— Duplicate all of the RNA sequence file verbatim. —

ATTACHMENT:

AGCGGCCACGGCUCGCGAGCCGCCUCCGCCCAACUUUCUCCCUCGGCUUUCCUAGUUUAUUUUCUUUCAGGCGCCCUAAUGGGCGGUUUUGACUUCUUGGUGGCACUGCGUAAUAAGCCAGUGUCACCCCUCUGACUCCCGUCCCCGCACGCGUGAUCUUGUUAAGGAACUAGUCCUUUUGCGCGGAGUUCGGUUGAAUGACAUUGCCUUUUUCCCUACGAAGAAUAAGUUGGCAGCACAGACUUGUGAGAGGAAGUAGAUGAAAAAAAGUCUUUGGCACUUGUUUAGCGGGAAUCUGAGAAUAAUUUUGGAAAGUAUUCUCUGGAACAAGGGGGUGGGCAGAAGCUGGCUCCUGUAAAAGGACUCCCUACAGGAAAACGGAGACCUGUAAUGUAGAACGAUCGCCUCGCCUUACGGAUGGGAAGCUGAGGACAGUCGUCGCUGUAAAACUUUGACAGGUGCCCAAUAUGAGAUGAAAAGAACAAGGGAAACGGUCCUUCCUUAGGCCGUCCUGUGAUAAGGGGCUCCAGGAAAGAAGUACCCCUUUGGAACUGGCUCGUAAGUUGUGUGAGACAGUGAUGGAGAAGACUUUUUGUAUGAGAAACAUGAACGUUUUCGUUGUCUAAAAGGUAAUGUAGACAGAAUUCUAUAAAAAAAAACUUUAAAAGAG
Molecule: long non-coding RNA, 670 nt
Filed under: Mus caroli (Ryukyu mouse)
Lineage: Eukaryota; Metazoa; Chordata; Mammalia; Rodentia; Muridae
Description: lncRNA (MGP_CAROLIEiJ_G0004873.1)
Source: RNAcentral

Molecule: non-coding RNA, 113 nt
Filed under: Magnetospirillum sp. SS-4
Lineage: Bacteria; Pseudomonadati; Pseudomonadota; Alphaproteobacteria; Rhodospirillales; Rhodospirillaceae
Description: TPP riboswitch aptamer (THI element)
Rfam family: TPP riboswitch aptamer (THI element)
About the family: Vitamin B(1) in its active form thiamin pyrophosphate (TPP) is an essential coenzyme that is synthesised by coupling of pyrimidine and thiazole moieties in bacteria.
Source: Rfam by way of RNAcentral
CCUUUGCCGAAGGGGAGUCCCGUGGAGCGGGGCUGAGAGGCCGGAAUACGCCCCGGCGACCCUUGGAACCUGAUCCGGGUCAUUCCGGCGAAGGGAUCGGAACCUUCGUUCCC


AGCGGCCACGGCUCGCGAGCCGCCUCCGCCCAACUUUCUCCCUCGGCUUUCCUAGUUUAUUUUCUUUCAGGCGCCCUAAUGGGCGGUUUUGACUUCUUGGUGGCACUGCGUAAUAAGCCAGUGUCACCCCUCUGACUCCCGUCCCCGCACGCGUGAUCUUGUUAAGGAACUAGUCCUUUUGCGCGGAGUUCGGUUGAAUGACAUUGCCUUUUUCCCUACGAAGAAUAAGUUGGCAGCACAGACUUGUGAGAGGAAGUAGAUGAAAAAAAGUCUUUGGCACUUGUUUAGCGGGAAUCUGAGAAUAAUUUUGGAAAGUAUUCUCUGGAACAAGGGGGUGGGCAGAAGCUGGCUCCUGUAAAAGGACUCCCUACAGGAAAACGGAGACCUGUAAUGUAGAACGAUCGCCUCGCCUUACGGAUGGGAAGCUGAGGACAGUCGUCGCUGUAAAACUUUGACAGGUGCCCAAUAUGAGAUGAAAAGAACAAGGGAAACGGUCCUUCCUUAGGCCGUCCUGUGAUAAGGGGCUCCAGGAAAGAAGUACCCCUUUGGAACUGGCUCGUAAGUUGUGUGAGACAGUGAUGGAGAAGACUUUUUGUAUGAGAAACAUGAACGUUUUCGUUGUCUAAAAGGUAAUGUAGACAGAAUUCUAUAAAAAAAAACUUUAAAAGAG
Molecule: long non-coding RNA, 670 nt
Filed under: Mus caroli (Ryukyu mouse)
Lineage: Eukaryota; Metazoa; Chordata; Mammalia; Rodentia; Muridae
Description: lncRNA (MGP_CAROLIEiJ_G0004873.1)
Source: RNAcentral

Molecule: non-coding RNA, 113 nt
Filed under: Magnetospirillum sp. SS-4
Lineage: Bacteria; Pseudomonadati; Pseudomonadota; Alphaproteobacteria; Rhodospirillales; Rhodospirillaceae
Description: TPP riboswitch aptamer (THI element)
Rfam family: TPP riboswitch aptamer (THI element)
About the family: Vitamin B(1) in its active form thiamin pyrophosphate (TPP) is an essential coenzyme that is synthesised by coupling of pyrimidine and thiazole moieties in bacteria.
Source: Rfam by way of RNAcentral
CCUUUGCCGAAGGGGAGUCCCGUGGAGCGGGGCUGAGAGGCCGGAAUACGCCCCGGCGACCCUUGGAACCUGAUCCGGGUCAUUCCGGCGAAGGGAUCGGAACCUUCGUUCCC